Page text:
On April 7, 2015, the Energy Information Administration released the following statement: "Oil prices could tumble $15 a barrel next year if sanctions are lifted following a final nuclear deal with Iran."
While Iran and other world powers reached a preliminary deal on April 2, 2015, further negotiations are needed to complete an agreement by a June 30 deadline.
Bloomberg Financial reports that "Iran's full return to the oil market risks delaying a recovery in prices, which have slumped by almost half since last year amid a supply glut. Iran could boost output by at least 700,000 barrels a day by the end of 2016."
That's right, Iran itself is a potential whale of an oil exporter – it sits on at least 10% of the world's reserves. But because of sanctions, the country lacked the foreign investment it needs to actually get the darn oil out of the ground.
The oil price conspiracy theory here is that the Iran nuclear deal was made simply to boost the U.S. economy, while further damaging Russia's. After all, there are several reasons why a drop in oil prices is great for the American economy: it encourages consumer spending, it improves the job market and it provides businesses with more profits.
Oil Conspiracy Theory No. 4: Sneaky, Sneaky POTUS
One conspiracy theory suggests that U.S. President Barack Obama colluded with the Saudis to flood the global market with oil to bring down the U.S. shale oil industry. Why would he want to do that?
Because the shale oil glut threatens the development of renewable energy and slows progress in cutting U.S. greenhouse gas emissions. According to this theory, POTUS is using the oil glut to destroy anti-environmental projects across the board within the U.S.
In an article published by Slate, "Senate Democrats narrowly defeated the Keystone XL pipeline [bill on Tues., Nov. 18, 2014] in part because President Obama was expected to veto it even if it did pass. He likely feels more comfortable about that stance than he would if oil were priced at more than $100 a barrel right now."
Furthermore, Saudi Arabia hates the American shale oil industry as well. Though King Riyadh is an ally, relations with the country are fraught over this particular subject. So what better way to kill two birds with one stone? Let's just keep our Saudi allies happy while covertly destroying the purportedly environmentally unfriendly fracking industry from within. More oil, please!
Oil Conspiracy Theory No. 5: The Man Who Knew Too Much
Wall Street Journal reporter David Bird left his house to get some fresh air on Jan. 11, 2014. He never came back.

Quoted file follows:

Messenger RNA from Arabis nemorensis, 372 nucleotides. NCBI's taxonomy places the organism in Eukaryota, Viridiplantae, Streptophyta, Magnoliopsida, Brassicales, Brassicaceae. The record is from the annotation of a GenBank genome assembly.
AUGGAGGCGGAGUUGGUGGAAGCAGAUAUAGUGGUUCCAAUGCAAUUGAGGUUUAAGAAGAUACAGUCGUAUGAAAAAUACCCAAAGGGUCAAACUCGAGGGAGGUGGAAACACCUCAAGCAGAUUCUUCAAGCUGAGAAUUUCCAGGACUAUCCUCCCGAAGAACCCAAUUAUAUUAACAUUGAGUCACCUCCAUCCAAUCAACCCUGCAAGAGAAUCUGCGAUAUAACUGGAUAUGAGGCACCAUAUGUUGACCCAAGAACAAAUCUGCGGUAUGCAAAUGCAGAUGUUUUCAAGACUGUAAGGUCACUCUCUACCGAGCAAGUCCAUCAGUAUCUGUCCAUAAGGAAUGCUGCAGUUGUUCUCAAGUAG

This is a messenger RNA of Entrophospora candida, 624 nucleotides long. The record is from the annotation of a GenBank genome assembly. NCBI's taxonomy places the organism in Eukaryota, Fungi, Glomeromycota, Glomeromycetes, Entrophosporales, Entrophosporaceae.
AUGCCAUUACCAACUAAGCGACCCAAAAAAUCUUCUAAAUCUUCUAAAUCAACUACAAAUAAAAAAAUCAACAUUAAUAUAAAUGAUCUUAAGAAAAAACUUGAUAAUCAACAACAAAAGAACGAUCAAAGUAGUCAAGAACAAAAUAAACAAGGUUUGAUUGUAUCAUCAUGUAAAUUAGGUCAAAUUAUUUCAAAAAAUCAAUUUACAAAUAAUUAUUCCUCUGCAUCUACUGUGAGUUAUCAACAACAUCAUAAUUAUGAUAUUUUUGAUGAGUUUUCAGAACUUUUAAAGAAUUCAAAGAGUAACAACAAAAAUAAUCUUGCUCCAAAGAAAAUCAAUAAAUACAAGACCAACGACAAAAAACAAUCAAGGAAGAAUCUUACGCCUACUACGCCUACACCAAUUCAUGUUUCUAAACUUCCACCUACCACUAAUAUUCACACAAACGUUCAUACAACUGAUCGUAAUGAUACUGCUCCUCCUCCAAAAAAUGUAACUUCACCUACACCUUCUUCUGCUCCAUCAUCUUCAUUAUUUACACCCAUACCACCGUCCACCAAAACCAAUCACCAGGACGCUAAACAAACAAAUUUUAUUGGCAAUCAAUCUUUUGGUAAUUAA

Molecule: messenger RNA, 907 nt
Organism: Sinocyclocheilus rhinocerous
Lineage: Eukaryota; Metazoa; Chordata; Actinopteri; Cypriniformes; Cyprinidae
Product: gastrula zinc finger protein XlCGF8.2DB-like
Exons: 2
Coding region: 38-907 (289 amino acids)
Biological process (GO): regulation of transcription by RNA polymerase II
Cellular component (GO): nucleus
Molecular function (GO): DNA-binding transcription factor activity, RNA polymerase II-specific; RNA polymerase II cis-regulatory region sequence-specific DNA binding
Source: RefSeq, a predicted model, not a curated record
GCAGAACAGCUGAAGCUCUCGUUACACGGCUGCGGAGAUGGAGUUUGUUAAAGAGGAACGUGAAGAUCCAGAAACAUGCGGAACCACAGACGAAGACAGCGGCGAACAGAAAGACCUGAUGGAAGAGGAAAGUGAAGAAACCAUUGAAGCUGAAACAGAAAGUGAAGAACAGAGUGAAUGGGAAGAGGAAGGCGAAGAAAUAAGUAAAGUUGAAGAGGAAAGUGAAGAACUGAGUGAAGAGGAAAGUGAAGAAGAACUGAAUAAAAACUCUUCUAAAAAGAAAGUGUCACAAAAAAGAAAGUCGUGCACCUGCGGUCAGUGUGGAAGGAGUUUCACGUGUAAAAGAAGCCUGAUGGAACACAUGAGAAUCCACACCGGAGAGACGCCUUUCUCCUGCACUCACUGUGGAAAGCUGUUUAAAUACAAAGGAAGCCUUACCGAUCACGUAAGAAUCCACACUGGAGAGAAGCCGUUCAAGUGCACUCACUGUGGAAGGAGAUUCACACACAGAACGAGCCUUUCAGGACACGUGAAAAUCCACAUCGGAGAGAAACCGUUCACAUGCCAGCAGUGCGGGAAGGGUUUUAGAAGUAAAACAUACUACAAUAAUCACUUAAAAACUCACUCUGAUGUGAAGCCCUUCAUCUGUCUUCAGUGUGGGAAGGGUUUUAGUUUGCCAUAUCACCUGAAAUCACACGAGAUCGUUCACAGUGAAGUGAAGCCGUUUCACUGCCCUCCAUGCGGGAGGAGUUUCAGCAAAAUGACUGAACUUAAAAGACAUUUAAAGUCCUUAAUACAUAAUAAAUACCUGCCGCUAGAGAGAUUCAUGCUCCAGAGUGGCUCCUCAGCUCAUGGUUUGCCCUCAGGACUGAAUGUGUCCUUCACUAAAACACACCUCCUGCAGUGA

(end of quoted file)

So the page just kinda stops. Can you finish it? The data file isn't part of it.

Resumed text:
For over a year, Bird remained missing. According to Wallstreetonparade.com, "For the three months prior to his disappearance, Bird was reporting on a supply glut and growing stockpiles of oil. A newly retrieved article by Bird that appeared online at The Wall Street Journal… shows the reporter had also presciently made an early connection between the Federal Reserve ending its massive bond-buying program known as 'quantitative easing' and a potential crash in the price of oil – a crash that has now cut the price of oil almost in half in the past six months."
Obviously, the conspiracy theory here is that Bird was murdered for what he knew about the oil industry. His family even claims they think he was murdered for his knowledge about OPEC. According to Wallstreetonparade.com, "On Dec. 2, 2013, the month prior to his disappearance, Bird wrote an article headlined 'OPEC Faces Challenges to Maintain Oil-Market Stability.' In the article, Bird noted that 'circumstances could test the limits of OPEC's ability to hold prices steady over the next 1,000 days.'"
While his reporting style wasn't edgy, he knew and understood more about the sector than anyone else writing about the oil industry. "That type of asymmetric knowledge about the massive data banks of the Energy Information Administration and OPEC trends," wrote Pam and Russ Martens of Wallstreetonparade.com, "led Bird to make prescient observations in 2013 on the very situation the U.S. finds itself in today in terms of an oil price collapse, a rising U.S. dollar constricting global growth, the Federal Reserve's role in the strength in the dollar, and the disarray in OPEC."
What's even more suspicious about Bird's death is the fact that, five days after he disappeared, someone used his credit card in Mexico.
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Editor's Note: Conspiracy theories about oil abound, but Kent Moors has the real insider's view. Find out more here.